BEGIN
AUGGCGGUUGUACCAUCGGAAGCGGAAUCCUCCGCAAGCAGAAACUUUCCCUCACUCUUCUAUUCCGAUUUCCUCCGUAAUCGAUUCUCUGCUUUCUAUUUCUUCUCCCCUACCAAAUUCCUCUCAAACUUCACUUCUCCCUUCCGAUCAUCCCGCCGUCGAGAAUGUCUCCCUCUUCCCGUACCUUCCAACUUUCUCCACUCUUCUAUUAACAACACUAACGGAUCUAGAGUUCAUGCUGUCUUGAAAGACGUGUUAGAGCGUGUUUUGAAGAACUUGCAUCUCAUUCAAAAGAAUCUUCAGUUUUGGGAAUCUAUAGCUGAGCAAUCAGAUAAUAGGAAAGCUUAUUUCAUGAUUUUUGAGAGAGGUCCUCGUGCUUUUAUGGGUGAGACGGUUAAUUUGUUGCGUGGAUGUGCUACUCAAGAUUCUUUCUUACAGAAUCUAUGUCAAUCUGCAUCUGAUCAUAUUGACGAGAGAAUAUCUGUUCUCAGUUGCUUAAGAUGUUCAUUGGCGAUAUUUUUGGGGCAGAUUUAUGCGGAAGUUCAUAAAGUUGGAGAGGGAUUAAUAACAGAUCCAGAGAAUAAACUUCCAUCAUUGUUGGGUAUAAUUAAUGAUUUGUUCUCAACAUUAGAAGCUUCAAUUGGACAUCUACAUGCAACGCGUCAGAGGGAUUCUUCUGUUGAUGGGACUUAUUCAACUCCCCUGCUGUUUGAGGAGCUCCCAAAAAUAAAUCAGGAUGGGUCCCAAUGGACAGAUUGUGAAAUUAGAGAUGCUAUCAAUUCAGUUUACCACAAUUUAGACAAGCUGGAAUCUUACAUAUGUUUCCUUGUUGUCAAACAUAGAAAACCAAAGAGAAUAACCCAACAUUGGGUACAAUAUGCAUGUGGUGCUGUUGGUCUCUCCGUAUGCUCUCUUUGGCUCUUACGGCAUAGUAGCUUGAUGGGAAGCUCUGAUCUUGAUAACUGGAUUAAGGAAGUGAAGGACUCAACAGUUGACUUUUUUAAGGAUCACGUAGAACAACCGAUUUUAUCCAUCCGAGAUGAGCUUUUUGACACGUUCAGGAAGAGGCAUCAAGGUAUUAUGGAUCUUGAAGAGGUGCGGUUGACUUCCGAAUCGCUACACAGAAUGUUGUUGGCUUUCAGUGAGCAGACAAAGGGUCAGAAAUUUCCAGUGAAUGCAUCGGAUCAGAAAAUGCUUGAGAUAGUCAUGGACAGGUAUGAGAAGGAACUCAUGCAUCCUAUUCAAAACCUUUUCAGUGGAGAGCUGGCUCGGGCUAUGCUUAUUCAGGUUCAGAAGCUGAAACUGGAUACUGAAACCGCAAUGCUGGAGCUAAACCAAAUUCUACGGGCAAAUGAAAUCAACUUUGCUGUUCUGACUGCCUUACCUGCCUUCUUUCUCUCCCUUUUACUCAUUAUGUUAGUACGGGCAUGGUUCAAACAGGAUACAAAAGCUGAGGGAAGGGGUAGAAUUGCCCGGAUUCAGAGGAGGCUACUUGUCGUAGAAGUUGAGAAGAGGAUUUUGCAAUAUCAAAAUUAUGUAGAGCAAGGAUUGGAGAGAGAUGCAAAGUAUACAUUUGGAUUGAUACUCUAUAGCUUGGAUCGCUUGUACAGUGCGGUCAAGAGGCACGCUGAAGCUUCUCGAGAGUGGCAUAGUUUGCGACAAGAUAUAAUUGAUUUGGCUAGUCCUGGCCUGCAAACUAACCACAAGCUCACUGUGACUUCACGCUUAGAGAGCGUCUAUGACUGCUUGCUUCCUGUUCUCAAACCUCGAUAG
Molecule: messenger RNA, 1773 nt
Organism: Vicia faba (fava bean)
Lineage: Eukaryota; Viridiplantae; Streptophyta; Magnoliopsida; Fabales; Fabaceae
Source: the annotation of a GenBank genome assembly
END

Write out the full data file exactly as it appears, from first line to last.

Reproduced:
AUGGCGGUUGUACCAUCGGAAGCGGAAUCCUCCGCAAGCAGAAACUUUCCCUCACUCUUCUAUUCCGAUUUCCUCCGUAAUCGAUUCUCUGCUUUCUAUUUCUUCUCCCCUACCAAAUUCCUCUCAAACUUCACUUCUCCCUUCCGAUCAUCCCGCCGUCGAGAAUGUCUCCCUCUUCCCGUACCUUCCAACUUUCUCCACUCUUCUAUUAACAACACUAACGGAUCUAGAGUUCAUGCUGUCUUGAAAGACGUGUUAGAGCGUGUUUUGAAGAACUUGCAUCUCAUUCAAAAGAAUCUUCAGUUUUGGGAAUCUAUAGCUGAGCAAUCAGAUAAUAGGAAAGCUUAUUUCAUGAUUUUUGAGAGAGGUCCUCGUGCUUUUAUGGGUGAGACGGUUAAUUUGUUGCGUGGAUGUGCUACUCAAGAUUCUUUCUUACAGAAUCUAUGUCAAUCUGCAUCUGAUCAUAUUGACGAGAGAAUAUCUGUUCUCAGUUGCUUAAGAUGUUCAUUGGCGAUAUUUUUGGGGCAGAUUUAUGCGGAAGUUCAUAAAGUUGGAGAGGGAUUAAUAACAGAUCCAGAGAAUAAACUUCCAUCAUUGUUGGGUAUAAUUAAUGAUUUGUUCUCAACAUUAGAAGCUUCAAUUGGACAUCUACAUGCAACGCGUCAGAGGGAUUCUUCUGUUGAUGGGACUUAUUCAACUCCCCUGCUGUUUGAGGAGCUCCCAAAAAUAAAUCAGGAUGGGUCCCAAUGGACAGAUUGUGAAAUUAGAGAUGCUAUCAAUUCAGUUUACCACAAUUUAGACAAGCUGGAAUCUUACAUAUGUUUCCUUGUUGUCAAACAUAGAAAACCAAAGAGAAUAACCCAACAUUGGGUACAAUAUGCAUGUGGUGCUGUUGGUCUCUCCGUAUGCUCUCUUUGGCUCUUACGGCAUAGUAGCUUGAUGGGAAGCUCUGAUCUUGAUAACUGGAUUAAGGAAGUGAAGGACUCAACAGUUGACUUUUUUAAGGAUCACGUAGAACAACCGAUUUUAUCCAUCCGAGAUGAGCUUUUUGACACGUUCAGGAAGAGGCAUCAAGGUAUUAUGGAUCUUGAAGAGGUGCGGUUGACUUCCGAAUCGCUACACAGAAUGUUGUUGGCUUUCAGUGAGCAGACAAAGGGUCAGAAAUUUCCAGUGAAUGCAUCGGAUCAGAAAAUGCUUGAGAUAGUCAUGGACAGGUAUGAGAAGGAACUCAUGCAUCCUAUUCAAAACCUUUUCAGUGGAGAGCUGGCUCGGGCUAUGCUUAUUCAGGUUCAGAAGCUGAAACUGGAUACUGAAACCGCAAUGCUGGAGCUAAACCAAAUUCUACGGGCAAAUGAAAUCAACUUUGCUGUUCUGACUGCCUUACCUGCCUUCUUUCUCUCCCUUUUACUCAUUAUGUUAGUACGGGCAUGGUUCAAACAGGAUACAAAAGCUGAGGGAAGGGGUAGAAUUGCCCGGAUUCAGAGGAGGCUACUUGUCGUAGAAGUUGAGAAGAGGAUUUUGCAAUAUCAAAAUUAUGUAGAGCAAGGAUUGGAGAGAGAUGCAAAGUAUACAUUUGGAUUGAUACUCUAUAGCUUGGAUCGCUUGUACAGUGCGGUCAAGAGGCACGCUGAAGCUUCUCGAGAGUGGCAUAGUUUGCGACAAGAUAUAAUUGAUUUGGCUAGUCCUGGCCUGCAAACUAACCACAAGCUCACUGUGACUUCACGCUUAGAGAGCGUCUAUGACUGCUUGCUUCCUGUUCUCAAACCUCGAUAG
Molecule: messenger RNA, 1773 nt
Organism: Vicia faba (fava bean)
Lineage: Eukaryota; Viridiplantae; Streptophyta; Magnoliopsida; Fabales; Fabaceae
Source: the annotation of a GenBank genome assembly